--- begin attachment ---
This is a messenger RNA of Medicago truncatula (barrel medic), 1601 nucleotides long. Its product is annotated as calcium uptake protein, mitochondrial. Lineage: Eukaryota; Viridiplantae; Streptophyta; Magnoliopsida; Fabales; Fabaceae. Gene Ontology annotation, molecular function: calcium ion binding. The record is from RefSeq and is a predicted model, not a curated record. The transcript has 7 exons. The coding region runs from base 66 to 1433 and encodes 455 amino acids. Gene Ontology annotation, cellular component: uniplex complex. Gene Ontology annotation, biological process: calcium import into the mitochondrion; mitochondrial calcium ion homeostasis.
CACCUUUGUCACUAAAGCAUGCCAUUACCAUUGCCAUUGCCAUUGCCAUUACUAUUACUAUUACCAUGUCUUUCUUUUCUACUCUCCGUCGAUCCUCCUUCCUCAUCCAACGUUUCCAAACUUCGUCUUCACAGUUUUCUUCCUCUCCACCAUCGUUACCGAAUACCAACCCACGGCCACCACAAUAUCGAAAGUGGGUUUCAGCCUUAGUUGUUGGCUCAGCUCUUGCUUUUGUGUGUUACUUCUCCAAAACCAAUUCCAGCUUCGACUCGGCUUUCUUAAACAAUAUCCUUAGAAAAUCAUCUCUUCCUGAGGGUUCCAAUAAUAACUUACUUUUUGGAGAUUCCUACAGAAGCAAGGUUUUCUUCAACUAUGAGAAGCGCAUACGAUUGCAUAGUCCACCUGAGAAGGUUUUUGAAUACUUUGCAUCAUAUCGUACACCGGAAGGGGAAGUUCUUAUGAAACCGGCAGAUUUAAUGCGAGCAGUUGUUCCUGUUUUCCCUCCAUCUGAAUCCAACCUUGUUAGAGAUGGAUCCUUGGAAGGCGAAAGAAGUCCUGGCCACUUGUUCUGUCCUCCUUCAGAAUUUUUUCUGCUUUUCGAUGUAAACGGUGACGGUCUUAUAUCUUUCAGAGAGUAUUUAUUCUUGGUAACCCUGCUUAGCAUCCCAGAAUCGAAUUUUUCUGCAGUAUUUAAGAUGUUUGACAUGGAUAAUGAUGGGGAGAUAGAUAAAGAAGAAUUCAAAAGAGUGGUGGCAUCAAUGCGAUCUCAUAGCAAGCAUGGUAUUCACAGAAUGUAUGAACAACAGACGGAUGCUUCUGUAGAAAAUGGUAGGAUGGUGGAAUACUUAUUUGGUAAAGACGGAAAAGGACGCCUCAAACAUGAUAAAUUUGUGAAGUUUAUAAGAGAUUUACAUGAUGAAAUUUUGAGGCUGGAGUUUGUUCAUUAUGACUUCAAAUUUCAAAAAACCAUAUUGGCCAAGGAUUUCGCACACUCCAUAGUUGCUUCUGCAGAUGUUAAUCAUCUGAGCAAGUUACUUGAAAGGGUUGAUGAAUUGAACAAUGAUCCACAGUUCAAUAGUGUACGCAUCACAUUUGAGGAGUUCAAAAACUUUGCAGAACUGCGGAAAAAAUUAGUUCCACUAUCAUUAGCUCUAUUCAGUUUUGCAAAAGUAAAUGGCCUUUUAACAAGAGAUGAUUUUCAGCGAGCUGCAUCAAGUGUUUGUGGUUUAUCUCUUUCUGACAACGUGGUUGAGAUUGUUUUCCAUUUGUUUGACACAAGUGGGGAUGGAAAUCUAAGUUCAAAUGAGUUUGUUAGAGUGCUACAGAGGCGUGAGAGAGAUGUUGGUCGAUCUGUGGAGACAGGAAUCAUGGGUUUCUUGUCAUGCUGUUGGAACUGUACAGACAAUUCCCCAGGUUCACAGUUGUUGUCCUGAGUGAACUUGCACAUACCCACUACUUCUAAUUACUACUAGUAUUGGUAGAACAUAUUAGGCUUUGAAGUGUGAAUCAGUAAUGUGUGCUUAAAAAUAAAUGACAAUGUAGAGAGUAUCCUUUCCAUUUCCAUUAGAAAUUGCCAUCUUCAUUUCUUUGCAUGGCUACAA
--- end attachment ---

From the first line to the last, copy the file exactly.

This is a messenger RNA of Medicago truncatula (barrel medic), 1601 nucleotides long. Its product is annotated as calcium uptake protein, mitochondrial. Lineage: Eukaryota; Viridiplantae; Streptophyta; Magnoliopsida; Fabales; Fabaceae. Gene Ontology annotation, molecular function: calcium ion binding. The record is from RefSeq and is a predicted model, not a curated record. The transcript has 7 exons. The coding region runs from base 66 to 1433 and encodes 455 amino acids. Gene Ontology annotation, cellular component: uniplex complex. Gene Ontology annotation, biological process: calcium import into the mitochondrion; mitochondrial calcium ion homeostasis.
CACCUUUGUCACUAAAGCAUGCCAUUACCAUUGCCAUUGCCAUUGCCAUUACUAUUACUAUUACCAUGUCUUUCUUUUCUACUCUCCGUCGAUCCUCCUUCCUCAUCCAACGUUUCCAAACUUCGUCUUCACAGUUUUCUUCCUCUCCACCAUCGUUACCGAAUACCAACCCACGGCCACCACAAUAUCGAAAGUGGGUUUCAGCCUUAGUUGUUGGCUCAGCUCUUGCUUUUGUGUGUUACUUCUCCAAAACCAAUUCCAGCUUCGACUCGGCUUUCUUAAACAAUAUCCUUAGAAAAUCAUCUCUUCCUGAGGGUUCCAAUAAUAACUUACUUUUUGGAGAUUCCUACAGAAGCAAGGUUUUCUUCAACUAUGAGAAGCGCAUACGAUUGCAUAGUCCACCUGAGAAGGUUUUUGAAUACUUUGCAUCAUAUCGUACACCGGAAGGGGAAGUUCUUAUGAAACCGGCAGAUUUAAUGCGAGCAGUUGUUCCUGUUUUCCCUCCAUCUGAAUCCAACCUUGUUAGAGAUGGAUCCUUGGAAGGCGAAAGAAGUCCUGGCCACUUGUUCUGUCCUCCUUCAGAAUUUUUUCUGCUUUUCGAUGUAAACGGUGACGGUCUUAUAUCUUUCAGAGAGUAUUUAUUCUUGGUAACCCUGCUUAGCAUCCCAGAAUCGAAUUUUUCUGCAGUAUUUAAGAUGUUUGACAUGGAUAAUGAUGGGGAGAUAGAUAAAGAAGAAUUCAAAAGAGUGGUGGCAUCAAUGCGAUCUCAUAGCAAGCAUGGUAUUCACAGAAUGUAUGAACAACAGACGGAUGCUUCUGUAGAAAAUGGUAGGAUGGUGGAAUACUUAUUUGGUAAAGACGGAAAAGGACGCCUCAAACAUGAUAAAUUUGUGAAGUUUAUAAGAGAUUUACAUGAUGAAAUUUUGAGGCUGGAGUUUGUUCAUUAUGACUUCAAAUUUCAAAAAACCAUAUUGGCCAAGGAUUUCGCACACUCCAUAGUUGCUUCUGCAGAUGUUAAUCAUCUGAGCAAGUUACUUGAAAGGGUUGAUGAAUUGAACAAUGAUCCACAGUUCAAUAGUGUACGCAUCACAUUUGAGGAGUUCAAAAACUUUGCAGAACUGCGGAAAAAAUUAGUUCCACUAUCAUUAGCUCUAUUCAGUUUUGCAAAAGUAAAUGGCCUUUUAACAAGAGAUGAUUUUCAGCGAGCUGCAUCAAGUGUUUGUGGUUUAUCUCUUUCUGACAACGUGGUUGAGAUUGUUUUCCAUUUGUUUGACACAAGUGGGGAUGGAAAUCUAAGUUCAAAUGAGUUUGUUAGAGUGCUACAGAGGCGUGAGAGAGAUGUUGGUCGAUCUGUGGAGACAGGAAUCAUGGGUUUCUUGUCAUGCUGUUGGAACUGUACAGACAAUUCCCCAGGUUCACAGUUGUUGUCCUGAGUGAACUUGCACAUACCCACUACUUCUAAUUACUACUAGUAUUGGUAGAACAUAUUAGGCUUUGAAGUGUGAAUCAGUAAUGUGUGCUUAAAAAUAAAUGACAAUGUAGAGAGUAUCCUUUCCAUUUCCAUUAGAAAUUGCCAUCUUCAUUUCUUUGCAUGGCUACAA